If you can’t work because you are not feeling well, don’t imagine yourself as Popeye eating spinach and ready to save the day. Say no when all you want to do over the weekend is watch free movies and catch up on teleseryes while munching on butter-filled popcorn.
Isn’t that the best way to relax?
On every occasion that you say the colossal “yes”, on the other hand, be there with the entirety of your consciousness.
You’ll get the same attention in return.
Spend time with nature and take someone with you.
2. Learn whenever, wherever.
So, you thought words of wisdom are only seen in books.
You can learn from everyone around you—if you’re paying attention.
A toddler can patiently teach you how to sing, dance, and talk like Dora, while grandma can broaden your vocabulary through Scrabble with high score words you haven’t heard of yet. Losing against the powerful memory of grandma will help you remember the words. (It’s understandable if you can’t remember how many times you are defeated).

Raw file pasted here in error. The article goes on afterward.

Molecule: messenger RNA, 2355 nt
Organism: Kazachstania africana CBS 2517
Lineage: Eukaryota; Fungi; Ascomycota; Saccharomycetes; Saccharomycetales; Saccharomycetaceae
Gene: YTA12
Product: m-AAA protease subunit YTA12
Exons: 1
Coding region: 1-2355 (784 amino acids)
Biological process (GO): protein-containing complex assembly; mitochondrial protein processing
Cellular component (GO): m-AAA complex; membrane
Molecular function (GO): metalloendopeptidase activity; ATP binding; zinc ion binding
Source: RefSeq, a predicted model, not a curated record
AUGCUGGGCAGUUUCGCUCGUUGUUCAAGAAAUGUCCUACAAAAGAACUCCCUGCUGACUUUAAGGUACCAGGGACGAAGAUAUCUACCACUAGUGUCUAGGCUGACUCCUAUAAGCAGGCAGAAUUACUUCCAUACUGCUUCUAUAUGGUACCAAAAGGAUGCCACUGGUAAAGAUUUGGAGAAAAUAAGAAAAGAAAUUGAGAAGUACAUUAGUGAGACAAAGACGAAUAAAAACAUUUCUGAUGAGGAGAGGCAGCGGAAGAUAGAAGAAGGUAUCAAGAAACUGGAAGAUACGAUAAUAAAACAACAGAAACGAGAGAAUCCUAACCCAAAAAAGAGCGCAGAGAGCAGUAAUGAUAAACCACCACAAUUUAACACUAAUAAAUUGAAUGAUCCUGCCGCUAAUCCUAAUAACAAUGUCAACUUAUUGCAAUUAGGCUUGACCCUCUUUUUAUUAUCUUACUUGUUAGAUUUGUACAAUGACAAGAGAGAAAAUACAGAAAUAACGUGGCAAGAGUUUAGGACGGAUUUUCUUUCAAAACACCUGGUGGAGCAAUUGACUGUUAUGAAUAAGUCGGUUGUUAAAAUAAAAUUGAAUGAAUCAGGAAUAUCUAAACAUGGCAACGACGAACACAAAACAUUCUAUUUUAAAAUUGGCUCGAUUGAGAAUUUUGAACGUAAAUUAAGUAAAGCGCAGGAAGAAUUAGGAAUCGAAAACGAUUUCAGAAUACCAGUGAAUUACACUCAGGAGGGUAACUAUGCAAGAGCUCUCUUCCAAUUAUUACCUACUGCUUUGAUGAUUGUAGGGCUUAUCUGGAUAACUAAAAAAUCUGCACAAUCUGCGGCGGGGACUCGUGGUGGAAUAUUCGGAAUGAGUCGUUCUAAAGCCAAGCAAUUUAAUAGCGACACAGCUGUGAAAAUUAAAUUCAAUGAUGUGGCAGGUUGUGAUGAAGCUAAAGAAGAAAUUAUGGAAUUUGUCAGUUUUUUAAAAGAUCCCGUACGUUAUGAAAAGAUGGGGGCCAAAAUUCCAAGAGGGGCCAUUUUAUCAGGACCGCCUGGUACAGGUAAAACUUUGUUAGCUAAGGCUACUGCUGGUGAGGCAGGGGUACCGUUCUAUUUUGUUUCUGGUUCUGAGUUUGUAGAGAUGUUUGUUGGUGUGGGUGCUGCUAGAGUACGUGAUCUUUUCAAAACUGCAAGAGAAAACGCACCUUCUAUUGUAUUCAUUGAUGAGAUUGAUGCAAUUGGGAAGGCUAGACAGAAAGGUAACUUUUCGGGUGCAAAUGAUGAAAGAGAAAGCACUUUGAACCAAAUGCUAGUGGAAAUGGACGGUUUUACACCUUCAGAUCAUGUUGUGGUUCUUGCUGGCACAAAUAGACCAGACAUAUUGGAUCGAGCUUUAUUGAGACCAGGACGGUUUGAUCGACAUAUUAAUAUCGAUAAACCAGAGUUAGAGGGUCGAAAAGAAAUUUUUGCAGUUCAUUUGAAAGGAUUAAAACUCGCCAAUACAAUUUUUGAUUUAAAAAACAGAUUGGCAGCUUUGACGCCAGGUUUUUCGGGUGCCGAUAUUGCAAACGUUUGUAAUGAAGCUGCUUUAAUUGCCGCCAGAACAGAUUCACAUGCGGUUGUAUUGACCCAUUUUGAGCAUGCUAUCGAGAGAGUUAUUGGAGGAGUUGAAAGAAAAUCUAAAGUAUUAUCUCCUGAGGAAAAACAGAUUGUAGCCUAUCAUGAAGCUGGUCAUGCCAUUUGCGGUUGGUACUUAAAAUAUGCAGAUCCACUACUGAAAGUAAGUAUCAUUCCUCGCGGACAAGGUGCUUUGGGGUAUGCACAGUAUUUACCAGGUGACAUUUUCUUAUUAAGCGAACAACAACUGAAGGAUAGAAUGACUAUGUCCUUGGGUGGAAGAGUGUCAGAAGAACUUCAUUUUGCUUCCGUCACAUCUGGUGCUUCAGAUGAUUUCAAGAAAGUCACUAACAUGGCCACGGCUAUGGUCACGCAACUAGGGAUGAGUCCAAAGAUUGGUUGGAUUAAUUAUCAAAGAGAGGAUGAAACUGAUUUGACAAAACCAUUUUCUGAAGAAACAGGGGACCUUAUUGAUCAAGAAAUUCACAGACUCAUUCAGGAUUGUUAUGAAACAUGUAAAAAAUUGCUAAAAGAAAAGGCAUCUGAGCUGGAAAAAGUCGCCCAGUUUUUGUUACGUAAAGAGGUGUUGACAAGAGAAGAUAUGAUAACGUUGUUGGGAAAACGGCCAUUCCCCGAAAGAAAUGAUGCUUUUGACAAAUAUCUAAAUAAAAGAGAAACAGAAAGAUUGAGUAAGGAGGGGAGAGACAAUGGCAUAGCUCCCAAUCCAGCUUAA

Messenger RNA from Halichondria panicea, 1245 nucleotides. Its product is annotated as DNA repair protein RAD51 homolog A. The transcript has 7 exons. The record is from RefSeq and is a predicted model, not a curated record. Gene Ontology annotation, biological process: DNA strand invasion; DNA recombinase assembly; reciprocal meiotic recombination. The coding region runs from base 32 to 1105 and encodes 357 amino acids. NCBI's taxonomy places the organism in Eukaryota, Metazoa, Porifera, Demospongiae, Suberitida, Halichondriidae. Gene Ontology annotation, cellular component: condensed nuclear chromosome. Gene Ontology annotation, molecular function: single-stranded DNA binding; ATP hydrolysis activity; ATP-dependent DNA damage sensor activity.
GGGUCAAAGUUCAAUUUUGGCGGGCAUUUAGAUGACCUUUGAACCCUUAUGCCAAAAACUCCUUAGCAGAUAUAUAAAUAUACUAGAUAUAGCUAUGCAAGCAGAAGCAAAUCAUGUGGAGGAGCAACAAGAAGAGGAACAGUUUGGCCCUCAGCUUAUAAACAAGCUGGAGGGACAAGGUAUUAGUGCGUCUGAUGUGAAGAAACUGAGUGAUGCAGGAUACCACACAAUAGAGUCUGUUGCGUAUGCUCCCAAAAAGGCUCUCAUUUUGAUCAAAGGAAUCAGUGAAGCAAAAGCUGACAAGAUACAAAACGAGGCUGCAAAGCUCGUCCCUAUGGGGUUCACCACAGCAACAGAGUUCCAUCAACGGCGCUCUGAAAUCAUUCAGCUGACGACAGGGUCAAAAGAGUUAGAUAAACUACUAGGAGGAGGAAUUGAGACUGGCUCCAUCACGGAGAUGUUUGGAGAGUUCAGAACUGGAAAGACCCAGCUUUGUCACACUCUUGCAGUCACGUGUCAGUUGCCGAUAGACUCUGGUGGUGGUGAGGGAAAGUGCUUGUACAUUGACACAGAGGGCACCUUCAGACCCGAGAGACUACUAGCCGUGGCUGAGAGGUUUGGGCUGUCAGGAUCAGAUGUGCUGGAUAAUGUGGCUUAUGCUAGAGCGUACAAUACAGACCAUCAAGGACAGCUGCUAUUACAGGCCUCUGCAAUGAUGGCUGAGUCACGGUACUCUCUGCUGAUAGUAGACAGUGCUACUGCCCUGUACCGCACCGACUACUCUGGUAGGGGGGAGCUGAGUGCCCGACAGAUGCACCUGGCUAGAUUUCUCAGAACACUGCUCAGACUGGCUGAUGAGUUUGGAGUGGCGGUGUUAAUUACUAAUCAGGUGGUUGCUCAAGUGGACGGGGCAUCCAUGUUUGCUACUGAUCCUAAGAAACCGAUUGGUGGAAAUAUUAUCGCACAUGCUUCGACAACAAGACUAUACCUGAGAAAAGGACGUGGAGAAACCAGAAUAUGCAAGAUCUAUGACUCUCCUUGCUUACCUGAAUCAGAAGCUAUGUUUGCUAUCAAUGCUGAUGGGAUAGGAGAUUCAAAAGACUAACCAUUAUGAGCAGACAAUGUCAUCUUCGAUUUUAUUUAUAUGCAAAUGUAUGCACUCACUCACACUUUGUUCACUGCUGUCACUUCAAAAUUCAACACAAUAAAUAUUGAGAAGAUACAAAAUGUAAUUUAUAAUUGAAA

On weekends, you can also go to a public library. It isn’t exclusive for bookworms who are undoubtedly ecstatic with the collection of every imaginable subject (genealogy or geocaching?).
Learn from magazines, ebooks, and audiobooks. All of these things are also available online. Music and movie buffs can spend hours choosing from classic to modern genres.
Don’t forget to return the checkout items before the due date, though.
Memorial Park Library is the first public library building in Alberta, Canada.
1. Choose to truly care.
Patience can take you beyond what you can contain, but it doesn’t build relationships or bring about fulfilment.
If you choose to truly care, although it takes time, you’ll appreciate every “thank you” from grandma for the well-researched supper (from the YouTube channel of Iron Chef) and a hug from energy-packed kid for an afternoon trip in the park (stay clear from mosquito bite).